12. This may be a silly addition to this thread, but bear with me. I have a Yamaha RXV 850 ProLogic 5 ch receiver that has served me well, and recently purchased a RX596 stereo receiver for my home office, which is stereo listening only. Bought it because it's more power into 2 channels for less $$$. Also two other factors. 1. In the old PA days (and class a, b, ab power amps) one of the main buzz words was damping factor. The ability of an amp to not only start the speakers movement, but the ability to STOP it, ie, cease the ringing, once it got moving. We always looked for damping factors of 200+. Lots of HT amps have very small damping factors, check it out. 2. If I'm using a digital HT receiver, even on a normal stereo mode, with no 'effects', is my sound from my source still being chopped into tiny digital bits before being processed and amplified or are the digital portions of the processing being bypassed. Maybe I'm showing my age, but why buy all these expensive components only to destroy/rebuild the music when you can have sonic purity? Is this one of the reasons many people on the Forum have two separate systems in their listening rooms? One for HT and one for higher quality stereo listening. Seems a pity that you can't have it all in one unit. That being said, do the newer flagship Yammies have some kind of feature that lets you bypass all the digital goodies if they are not needed? Perhaps this a/d/a conversion is part of the cause for the Yamaha/Denon/HK debate?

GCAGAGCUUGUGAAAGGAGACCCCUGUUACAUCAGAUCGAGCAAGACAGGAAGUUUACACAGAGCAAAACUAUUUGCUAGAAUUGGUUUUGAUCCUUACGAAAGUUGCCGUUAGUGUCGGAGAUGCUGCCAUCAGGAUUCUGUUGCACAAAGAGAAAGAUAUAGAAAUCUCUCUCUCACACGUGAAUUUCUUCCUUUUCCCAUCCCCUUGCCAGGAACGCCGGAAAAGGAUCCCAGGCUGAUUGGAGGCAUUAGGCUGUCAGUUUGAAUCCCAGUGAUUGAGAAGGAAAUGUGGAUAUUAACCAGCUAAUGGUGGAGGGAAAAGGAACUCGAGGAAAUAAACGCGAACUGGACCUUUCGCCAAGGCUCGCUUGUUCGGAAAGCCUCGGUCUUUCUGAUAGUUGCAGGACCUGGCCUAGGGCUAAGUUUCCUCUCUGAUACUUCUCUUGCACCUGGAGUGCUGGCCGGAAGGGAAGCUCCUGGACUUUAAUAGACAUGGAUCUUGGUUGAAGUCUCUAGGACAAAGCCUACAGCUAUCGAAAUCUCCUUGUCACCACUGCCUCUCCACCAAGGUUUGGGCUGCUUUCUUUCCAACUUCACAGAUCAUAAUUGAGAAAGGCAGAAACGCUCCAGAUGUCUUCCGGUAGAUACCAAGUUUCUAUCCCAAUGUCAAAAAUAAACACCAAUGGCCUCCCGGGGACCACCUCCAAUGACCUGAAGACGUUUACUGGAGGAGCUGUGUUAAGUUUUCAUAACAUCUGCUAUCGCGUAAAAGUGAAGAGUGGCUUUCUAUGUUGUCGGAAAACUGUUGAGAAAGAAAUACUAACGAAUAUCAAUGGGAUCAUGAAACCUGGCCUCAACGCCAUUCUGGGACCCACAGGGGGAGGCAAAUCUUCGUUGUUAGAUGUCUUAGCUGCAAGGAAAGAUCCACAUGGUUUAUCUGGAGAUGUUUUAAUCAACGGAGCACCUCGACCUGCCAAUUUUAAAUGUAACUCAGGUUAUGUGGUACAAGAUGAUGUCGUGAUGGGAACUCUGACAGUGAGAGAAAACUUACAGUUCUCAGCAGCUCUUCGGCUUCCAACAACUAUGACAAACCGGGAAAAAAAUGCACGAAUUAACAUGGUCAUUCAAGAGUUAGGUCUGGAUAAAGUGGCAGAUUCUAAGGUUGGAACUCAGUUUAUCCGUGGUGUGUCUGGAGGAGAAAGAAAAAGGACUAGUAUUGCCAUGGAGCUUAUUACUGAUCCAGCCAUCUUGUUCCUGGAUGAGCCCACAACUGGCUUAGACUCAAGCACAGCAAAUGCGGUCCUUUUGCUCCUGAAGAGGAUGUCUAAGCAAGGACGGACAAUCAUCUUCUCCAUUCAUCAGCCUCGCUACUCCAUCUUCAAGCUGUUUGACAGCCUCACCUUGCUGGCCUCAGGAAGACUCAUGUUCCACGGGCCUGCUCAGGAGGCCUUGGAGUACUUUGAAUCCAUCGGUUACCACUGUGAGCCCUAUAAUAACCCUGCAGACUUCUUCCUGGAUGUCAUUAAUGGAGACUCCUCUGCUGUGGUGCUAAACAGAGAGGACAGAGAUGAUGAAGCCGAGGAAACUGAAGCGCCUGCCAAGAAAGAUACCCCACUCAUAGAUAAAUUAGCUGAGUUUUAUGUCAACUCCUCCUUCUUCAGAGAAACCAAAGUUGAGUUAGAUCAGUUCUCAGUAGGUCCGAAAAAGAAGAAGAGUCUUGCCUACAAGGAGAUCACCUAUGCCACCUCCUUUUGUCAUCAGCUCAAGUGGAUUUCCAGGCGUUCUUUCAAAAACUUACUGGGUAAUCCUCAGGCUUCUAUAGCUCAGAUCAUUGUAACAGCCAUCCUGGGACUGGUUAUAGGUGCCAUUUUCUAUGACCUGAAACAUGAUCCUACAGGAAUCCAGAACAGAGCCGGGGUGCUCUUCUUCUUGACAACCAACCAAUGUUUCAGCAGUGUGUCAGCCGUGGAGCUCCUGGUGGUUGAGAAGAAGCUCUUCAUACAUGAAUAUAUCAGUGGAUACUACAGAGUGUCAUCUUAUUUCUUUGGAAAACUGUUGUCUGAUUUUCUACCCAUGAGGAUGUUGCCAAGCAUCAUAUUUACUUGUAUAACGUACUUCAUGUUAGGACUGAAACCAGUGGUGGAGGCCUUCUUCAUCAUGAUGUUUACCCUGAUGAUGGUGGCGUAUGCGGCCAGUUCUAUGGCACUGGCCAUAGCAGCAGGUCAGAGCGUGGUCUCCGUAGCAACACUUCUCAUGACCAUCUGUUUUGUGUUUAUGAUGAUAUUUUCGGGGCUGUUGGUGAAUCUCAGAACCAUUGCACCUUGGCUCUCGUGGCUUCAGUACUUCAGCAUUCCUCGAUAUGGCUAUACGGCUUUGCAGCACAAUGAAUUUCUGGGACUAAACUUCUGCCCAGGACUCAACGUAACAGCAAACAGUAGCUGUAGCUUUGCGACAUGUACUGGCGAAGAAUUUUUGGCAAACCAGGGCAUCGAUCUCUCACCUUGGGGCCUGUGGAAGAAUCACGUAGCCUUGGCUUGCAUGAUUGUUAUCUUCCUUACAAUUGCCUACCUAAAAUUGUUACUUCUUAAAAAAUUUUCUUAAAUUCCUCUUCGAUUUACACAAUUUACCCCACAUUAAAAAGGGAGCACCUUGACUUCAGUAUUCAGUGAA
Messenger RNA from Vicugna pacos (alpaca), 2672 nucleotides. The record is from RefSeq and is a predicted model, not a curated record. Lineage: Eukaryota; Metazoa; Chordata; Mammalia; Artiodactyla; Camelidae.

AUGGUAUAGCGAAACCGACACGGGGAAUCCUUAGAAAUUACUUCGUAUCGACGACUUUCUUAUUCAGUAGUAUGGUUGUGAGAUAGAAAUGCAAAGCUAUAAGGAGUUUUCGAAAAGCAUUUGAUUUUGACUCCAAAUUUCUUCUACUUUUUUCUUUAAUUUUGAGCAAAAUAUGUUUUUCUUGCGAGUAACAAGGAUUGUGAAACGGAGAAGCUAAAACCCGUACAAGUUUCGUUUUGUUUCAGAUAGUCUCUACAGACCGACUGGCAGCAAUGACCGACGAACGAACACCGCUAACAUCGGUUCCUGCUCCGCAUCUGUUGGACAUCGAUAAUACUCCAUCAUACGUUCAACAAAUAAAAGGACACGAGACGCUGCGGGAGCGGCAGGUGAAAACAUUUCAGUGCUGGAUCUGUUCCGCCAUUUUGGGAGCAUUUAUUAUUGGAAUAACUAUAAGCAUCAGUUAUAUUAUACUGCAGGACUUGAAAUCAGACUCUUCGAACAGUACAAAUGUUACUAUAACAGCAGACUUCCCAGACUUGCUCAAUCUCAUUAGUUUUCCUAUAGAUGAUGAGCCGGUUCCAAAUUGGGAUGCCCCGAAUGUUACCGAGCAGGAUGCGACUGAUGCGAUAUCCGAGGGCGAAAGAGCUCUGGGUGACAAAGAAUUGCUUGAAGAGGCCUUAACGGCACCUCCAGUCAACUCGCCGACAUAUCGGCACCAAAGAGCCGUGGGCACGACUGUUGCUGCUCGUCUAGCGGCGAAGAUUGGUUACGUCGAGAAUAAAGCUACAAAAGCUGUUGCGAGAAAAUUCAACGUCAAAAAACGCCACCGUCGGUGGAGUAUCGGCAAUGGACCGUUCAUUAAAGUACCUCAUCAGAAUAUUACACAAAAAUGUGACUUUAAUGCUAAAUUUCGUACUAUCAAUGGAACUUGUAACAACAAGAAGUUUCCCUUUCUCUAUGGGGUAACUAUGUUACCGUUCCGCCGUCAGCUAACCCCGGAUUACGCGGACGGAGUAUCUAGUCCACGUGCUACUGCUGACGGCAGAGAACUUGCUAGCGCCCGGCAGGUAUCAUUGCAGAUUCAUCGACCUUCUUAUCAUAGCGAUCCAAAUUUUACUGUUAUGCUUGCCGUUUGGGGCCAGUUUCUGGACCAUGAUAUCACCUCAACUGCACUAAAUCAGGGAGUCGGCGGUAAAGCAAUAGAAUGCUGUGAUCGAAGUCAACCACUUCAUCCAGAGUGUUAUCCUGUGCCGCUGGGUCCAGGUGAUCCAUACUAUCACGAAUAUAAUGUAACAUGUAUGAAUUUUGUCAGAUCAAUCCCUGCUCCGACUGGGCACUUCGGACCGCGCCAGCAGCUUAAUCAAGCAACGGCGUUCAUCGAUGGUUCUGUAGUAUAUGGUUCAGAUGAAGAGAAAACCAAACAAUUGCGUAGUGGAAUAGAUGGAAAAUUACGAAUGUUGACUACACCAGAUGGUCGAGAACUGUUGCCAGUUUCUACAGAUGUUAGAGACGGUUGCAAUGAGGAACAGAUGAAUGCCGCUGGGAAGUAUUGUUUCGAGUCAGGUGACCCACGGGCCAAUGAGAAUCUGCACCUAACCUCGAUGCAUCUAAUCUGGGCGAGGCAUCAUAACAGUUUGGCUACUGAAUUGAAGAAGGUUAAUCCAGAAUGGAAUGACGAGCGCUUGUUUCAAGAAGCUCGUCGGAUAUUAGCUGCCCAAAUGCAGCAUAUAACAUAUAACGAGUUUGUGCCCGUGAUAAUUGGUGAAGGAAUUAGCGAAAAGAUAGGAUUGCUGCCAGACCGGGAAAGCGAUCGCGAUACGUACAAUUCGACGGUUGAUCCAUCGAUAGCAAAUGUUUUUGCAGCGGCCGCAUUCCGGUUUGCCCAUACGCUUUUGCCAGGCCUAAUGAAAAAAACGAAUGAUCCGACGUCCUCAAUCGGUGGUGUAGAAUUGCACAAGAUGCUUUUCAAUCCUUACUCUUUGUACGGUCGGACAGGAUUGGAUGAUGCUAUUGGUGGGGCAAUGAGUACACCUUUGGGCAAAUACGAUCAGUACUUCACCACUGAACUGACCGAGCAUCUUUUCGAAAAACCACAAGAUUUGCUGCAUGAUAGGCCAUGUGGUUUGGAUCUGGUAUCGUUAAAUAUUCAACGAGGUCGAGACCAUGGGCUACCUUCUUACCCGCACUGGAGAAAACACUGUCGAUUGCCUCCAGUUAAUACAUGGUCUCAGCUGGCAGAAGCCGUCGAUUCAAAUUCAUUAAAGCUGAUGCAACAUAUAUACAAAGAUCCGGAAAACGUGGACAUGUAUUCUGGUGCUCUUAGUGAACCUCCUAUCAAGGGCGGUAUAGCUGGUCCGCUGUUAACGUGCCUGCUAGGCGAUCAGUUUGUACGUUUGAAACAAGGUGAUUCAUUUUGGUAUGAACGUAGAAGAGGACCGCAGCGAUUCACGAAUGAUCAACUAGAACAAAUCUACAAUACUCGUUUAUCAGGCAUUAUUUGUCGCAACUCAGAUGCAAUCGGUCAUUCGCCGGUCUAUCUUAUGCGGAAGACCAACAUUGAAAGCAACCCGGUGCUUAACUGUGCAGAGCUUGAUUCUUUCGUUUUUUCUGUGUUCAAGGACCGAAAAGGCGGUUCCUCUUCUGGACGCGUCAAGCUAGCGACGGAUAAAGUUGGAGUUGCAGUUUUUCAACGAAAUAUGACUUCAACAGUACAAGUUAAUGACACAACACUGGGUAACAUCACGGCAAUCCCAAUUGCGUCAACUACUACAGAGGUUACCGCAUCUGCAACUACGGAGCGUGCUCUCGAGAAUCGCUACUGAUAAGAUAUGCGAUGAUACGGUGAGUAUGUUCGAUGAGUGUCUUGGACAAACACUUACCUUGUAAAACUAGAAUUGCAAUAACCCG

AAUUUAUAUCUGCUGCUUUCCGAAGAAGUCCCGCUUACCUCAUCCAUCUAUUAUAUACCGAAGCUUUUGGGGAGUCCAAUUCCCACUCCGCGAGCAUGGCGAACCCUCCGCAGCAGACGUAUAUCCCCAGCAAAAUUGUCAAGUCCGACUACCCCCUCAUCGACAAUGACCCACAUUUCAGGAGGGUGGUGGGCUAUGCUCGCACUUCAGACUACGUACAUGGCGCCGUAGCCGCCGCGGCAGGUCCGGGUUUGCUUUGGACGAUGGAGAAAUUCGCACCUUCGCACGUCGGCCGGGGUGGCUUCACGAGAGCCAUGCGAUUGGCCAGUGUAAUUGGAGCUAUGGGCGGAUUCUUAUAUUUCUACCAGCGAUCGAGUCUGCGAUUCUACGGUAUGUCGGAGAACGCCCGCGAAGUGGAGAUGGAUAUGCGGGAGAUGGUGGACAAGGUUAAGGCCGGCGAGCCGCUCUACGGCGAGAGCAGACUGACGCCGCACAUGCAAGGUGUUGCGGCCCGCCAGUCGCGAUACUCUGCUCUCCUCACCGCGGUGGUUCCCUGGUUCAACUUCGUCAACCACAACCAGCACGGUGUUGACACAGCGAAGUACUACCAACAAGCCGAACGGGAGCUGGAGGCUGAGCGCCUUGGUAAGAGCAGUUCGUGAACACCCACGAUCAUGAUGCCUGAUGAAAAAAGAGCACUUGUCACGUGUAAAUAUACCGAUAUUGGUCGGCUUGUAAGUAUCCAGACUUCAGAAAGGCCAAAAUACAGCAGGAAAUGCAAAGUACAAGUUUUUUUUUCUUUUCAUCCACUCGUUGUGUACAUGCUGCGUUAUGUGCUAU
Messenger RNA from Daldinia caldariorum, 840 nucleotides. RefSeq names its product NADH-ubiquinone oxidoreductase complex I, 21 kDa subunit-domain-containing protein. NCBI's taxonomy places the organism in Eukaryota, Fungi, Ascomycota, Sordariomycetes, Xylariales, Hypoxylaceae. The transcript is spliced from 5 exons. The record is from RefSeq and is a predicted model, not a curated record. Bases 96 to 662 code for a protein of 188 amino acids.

13. You COULD, but here are a few problems associated with that approach. First, if you just paint the wall, there are the inevitible nail dimples and waves and paint globs found in drywall. Same thing even if you hang a fresh sheet. One approach I've used in temporary situations is a sheet of Gatorfoam. It is a very still 3/16 board used for mounting photographs and is extremely flat and stable (not prone to warpage) Heres what you gain from using a professional screen. The ability to choose a 'color' to suit your viewing room. Some prefer a 'brighter' screen for more contrast, some prefer a more grey screen. Also the brighness (reflective cooefficient) of the screen and the angle at which the screen may be viewed are inversley correlated. That is, a screen that has highly reflective particles (looks like glass beads) cannot be viewed well from the sharp side angles. A screen that may be viewed well from side angles will not be as bright. So there is a little shopping to do here. You also gain the aesthetic advantage of being able to have a normal furniture and wall hanging layout in the home (think of the spousal approval factor) and just pull down the screen (or flip a switch if you have a motorized screen, some $$$) when its SHOWTIME! Have fun. You might checkout projectorpeople.com or the dana or dalite companies for more info. Happy viewing!